In Berlin in the late 19th and early 20th centuries, awed crowds gathered to watch the performances of Clever Hans, an Arabian stallion. Hans answered questions from his trainer—Wilhelm von Osten, a high school math teacher—by tapping his hoof to indicate letters and numbers or by moving his head.
Hans gave accurate answers to math questions, stated the time, spelled names, and identified colours, musical pieces, and more. The German Board of Education studied Hans for a year and a half but did not find any hoax. However, in 1907, biologist and psychologist Oskar Pfungst discovered that the horse was responding to very subtle cues from questioners, in what is now known as the “Clever Hans effect.”
Clever Hans was drafted during the First World War and died in 1916.
Lady Wonder: The Psychic Horse
Lady Wonder, a black mare with white feet and 3 white stockings, was born in Virginia in 1924. Her owner, Claudia Fonda, worked at an iron foundry and raised Lady from a young age. Suspecting that her horse had special abilities, Fonda trained her to move blocks containing letters and numbers.
Fonda built a large, piano-sized typewriter that Lady could press with her muzzle to answer questions. Approximately 150,000 people visited the supposedly psychic horse, paying $1 to have her answer 3 questions about topics ranging from romance to horse race results and the location of missing children.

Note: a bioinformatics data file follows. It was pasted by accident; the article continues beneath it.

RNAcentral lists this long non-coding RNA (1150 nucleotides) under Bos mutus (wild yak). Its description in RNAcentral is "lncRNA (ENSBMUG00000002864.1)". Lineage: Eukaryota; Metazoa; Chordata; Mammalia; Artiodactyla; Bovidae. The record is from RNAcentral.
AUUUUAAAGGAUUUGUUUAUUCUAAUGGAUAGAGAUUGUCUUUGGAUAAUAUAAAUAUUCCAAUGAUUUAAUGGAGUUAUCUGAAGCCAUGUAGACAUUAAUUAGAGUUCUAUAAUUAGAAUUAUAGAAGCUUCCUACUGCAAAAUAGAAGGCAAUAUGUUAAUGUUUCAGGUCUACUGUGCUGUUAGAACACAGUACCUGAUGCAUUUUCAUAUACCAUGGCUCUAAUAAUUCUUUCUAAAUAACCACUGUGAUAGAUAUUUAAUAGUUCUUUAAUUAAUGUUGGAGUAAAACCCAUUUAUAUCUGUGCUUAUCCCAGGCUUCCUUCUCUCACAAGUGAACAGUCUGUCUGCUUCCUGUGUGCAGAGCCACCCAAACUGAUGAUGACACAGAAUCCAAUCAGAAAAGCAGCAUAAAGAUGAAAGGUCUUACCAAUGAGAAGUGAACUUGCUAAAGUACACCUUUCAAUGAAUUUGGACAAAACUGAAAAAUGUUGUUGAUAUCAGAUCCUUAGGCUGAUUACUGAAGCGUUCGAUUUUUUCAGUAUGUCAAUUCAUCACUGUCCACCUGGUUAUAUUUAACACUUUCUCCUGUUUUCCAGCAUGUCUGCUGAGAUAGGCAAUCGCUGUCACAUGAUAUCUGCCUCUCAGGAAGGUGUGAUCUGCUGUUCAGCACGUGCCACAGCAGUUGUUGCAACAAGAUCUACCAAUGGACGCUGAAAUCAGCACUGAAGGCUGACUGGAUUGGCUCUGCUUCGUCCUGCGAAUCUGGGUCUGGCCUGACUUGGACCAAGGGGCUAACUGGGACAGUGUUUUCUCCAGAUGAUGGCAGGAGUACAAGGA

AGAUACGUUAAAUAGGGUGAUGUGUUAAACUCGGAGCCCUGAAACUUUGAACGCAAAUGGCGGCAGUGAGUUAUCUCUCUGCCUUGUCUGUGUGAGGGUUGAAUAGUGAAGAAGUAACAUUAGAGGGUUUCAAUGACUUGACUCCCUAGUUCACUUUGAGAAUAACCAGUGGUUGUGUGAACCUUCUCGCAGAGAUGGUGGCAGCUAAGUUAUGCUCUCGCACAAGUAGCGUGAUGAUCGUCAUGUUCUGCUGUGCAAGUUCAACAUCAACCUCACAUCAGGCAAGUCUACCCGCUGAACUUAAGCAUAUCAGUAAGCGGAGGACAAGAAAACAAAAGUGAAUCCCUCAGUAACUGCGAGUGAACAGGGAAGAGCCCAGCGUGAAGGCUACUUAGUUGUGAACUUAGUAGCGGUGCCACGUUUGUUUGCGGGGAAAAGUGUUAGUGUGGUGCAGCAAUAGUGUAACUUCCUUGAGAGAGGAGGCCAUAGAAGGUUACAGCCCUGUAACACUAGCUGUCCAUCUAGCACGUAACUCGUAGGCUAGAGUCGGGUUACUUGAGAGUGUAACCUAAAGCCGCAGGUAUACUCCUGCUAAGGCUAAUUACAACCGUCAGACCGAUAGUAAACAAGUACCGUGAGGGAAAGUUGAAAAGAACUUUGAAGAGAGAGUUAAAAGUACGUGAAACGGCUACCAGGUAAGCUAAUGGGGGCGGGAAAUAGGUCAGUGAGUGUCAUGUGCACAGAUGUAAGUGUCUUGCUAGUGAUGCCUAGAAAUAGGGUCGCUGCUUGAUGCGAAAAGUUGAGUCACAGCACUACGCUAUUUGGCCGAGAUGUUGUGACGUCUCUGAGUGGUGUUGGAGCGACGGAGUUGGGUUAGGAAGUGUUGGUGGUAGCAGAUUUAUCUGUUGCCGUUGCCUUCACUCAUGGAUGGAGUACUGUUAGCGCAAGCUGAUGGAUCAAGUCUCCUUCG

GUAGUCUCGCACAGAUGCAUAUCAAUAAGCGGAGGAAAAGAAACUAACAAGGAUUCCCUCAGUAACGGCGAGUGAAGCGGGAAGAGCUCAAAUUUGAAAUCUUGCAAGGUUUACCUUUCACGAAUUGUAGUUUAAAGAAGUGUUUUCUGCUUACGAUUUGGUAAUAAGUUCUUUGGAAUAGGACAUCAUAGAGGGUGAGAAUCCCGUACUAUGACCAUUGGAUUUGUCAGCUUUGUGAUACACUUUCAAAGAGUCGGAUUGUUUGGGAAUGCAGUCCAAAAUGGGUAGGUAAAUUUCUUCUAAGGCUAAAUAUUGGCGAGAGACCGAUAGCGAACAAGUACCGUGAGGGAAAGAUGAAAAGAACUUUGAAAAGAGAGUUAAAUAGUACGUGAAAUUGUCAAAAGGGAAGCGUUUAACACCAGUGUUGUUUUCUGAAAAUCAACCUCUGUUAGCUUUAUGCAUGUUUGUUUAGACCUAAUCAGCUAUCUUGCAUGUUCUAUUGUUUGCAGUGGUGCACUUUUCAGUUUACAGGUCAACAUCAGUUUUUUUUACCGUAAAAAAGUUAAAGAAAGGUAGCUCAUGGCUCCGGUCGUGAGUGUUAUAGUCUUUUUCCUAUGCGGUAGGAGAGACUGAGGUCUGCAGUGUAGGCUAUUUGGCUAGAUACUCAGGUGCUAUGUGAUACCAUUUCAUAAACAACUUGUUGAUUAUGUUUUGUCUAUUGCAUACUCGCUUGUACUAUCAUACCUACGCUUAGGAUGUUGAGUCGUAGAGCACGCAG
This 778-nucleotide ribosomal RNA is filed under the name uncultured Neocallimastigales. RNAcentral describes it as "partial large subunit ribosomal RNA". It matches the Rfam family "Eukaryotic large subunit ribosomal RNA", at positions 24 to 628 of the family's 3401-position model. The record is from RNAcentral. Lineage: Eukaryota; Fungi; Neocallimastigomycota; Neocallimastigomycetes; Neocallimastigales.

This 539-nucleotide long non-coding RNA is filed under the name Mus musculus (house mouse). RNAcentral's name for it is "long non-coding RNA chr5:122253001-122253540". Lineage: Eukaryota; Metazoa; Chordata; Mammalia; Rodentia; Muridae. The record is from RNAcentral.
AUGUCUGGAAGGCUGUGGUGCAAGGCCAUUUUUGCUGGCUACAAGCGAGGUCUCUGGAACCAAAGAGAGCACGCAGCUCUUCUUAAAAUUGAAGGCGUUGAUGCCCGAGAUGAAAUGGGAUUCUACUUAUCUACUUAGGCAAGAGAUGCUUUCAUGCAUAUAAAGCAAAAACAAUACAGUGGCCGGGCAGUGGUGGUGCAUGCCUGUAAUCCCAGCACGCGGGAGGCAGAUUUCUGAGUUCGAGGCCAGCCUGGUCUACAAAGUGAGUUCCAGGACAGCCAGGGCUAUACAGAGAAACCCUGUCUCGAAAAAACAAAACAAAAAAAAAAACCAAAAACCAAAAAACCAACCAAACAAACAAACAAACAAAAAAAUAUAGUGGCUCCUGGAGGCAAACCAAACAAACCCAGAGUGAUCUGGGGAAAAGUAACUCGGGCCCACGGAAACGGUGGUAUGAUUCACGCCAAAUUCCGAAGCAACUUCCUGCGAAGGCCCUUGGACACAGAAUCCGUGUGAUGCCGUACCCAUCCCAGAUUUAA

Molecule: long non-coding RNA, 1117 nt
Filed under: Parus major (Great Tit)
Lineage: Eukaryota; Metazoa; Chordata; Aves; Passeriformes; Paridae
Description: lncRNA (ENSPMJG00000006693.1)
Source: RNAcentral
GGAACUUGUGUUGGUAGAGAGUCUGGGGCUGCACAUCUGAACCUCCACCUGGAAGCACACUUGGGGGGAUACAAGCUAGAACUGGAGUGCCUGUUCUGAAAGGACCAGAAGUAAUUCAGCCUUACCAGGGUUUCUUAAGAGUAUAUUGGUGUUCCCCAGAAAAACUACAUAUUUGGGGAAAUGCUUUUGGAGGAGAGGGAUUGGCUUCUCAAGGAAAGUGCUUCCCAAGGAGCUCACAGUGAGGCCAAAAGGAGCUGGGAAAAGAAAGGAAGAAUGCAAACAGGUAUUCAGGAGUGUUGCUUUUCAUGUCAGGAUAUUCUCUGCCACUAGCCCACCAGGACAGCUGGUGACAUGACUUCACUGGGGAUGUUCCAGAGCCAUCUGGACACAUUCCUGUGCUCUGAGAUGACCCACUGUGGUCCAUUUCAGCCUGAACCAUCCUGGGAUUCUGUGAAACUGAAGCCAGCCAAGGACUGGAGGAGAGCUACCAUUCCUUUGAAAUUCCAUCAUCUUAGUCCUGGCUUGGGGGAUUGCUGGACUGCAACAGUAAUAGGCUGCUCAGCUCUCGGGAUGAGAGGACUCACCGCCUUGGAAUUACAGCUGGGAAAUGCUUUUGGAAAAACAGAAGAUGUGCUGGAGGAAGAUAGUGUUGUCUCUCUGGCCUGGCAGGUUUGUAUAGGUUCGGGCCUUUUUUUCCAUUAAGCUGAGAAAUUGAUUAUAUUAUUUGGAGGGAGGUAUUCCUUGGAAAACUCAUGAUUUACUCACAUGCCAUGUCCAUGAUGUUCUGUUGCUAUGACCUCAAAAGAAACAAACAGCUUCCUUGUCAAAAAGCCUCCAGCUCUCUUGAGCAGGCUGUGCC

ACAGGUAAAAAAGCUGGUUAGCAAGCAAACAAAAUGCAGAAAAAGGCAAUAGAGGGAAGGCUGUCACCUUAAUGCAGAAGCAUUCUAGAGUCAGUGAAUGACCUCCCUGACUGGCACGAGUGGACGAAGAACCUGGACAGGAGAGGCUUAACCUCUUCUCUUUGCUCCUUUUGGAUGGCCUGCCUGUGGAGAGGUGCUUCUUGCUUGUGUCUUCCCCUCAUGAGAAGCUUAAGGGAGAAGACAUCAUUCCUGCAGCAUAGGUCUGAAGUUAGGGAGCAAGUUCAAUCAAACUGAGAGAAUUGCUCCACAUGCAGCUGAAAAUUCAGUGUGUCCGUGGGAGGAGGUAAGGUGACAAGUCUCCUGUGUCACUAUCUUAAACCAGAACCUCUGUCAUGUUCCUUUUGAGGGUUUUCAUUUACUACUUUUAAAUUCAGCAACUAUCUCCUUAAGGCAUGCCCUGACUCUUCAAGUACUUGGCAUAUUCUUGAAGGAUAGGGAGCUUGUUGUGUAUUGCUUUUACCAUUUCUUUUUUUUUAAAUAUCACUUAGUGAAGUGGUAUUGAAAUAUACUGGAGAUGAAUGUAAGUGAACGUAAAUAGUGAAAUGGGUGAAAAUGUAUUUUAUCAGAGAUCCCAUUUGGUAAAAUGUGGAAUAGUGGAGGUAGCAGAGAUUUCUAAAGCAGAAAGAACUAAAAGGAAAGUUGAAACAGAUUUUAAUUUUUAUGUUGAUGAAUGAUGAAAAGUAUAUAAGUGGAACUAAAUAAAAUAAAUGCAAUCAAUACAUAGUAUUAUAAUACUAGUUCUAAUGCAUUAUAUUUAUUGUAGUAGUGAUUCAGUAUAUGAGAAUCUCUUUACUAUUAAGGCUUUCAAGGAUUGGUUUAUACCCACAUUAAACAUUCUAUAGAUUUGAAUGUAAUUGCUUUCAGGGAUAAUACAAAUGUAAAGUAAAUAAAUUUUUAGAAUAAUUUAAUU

She gave enough correct answers that many people believed in her powers, even some scientists. Of course, many were also skeptical, attributing her success to unconscious cues or trickery. Lady Wonder died in 1957.
What do you think about these horses’ exceptional abilities? Let us know in the comments!
Horses might not be the first animal that you think of when you think about Christmas. That honour would probably go to the reindeer. You may even call to mind the donkey before the humble horse.
However, horses have long been involved with Christmas celebrations and continue to play an important role around Christmastime. In this post, we’ll explore some of the many links between horses and Christmas.
Associations Between Horses and Christmas
Picture a traditional Christmas scene - perhaps on the front of a vintage Christmas card. The snow is softly falling as a horse or team of horses pulls a sleigh past a quiet village.
Besides horses’ association with an old-fashioned country Christmas, they’ve found their way into toys and ornaments, past and present. Think wooden rocking horses, plush and plastic ponies, Christmas carousels, and horse figurines dangling on Christmas trees.